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January 29, 2013
November 02, 2009
Do regulations and accountability requirements deter private schools from participating in choice programs? How important are such requirements compared to other factors, such as voucher amounts? Are certain types of regulations stronger deterrents than others? Do certain types of schools shy away from regulation more than others? All of this matters, because if private schools decide not to participate, private school choice programs become unworkable.
It turns out that private schools are not vehemently opposed to academic accountability (including state testing and reporting requirements), according to a new Fordham report out today.
Authored by David Stuit and Sy Doan of Basis Policy Research, School Choice Regulations: Red Tape or Red Herring? found that testing and reporting requirements ranked among the least important considerations for school leaders, with just 25 percent citing state assessment rules as very important when deciding whether or not to participate (and only 17 percent said the same about public reporting of testing results).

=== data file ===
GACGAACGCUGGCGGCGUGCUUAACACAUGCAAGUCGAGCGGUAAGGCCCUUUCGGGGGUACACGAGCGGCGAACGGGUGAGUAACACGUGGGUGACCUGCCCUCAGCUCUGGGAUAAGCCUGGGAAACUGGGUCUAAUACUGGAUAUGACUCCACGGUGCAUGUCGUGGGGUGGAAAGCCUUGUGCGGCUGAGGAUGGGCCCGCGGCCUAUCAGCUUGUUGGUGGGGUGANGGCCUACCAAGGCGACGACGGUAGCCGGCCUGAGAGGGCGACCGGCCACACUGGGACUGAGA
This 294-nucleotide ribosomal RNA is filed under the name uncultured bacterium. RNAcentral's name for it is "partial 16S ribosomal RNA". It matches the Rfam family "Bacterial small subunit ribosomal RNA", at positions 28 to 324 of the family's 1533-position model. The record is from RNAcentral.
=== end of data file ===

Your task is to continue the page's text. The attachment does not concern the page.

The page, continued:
While 3 percent of non-participating schools cited governmental regulations as the most important reason to not participate in choice programs, government regulations are not judged equally. Among non-participating schools,
The reasons most cited by school principals for participating in voucher programs were expanding their mission in the community (87 percent), helping voucher-eligible families already enrolled in their schools (75 percent), and aiding needy children in the community (72 percent). The study also notes that Catholic schools are the most likely type of private school to participate in choice programs, regardless of the regulatory environment.
Click here to download School Choice Regulations: Red Tape or Red Herring?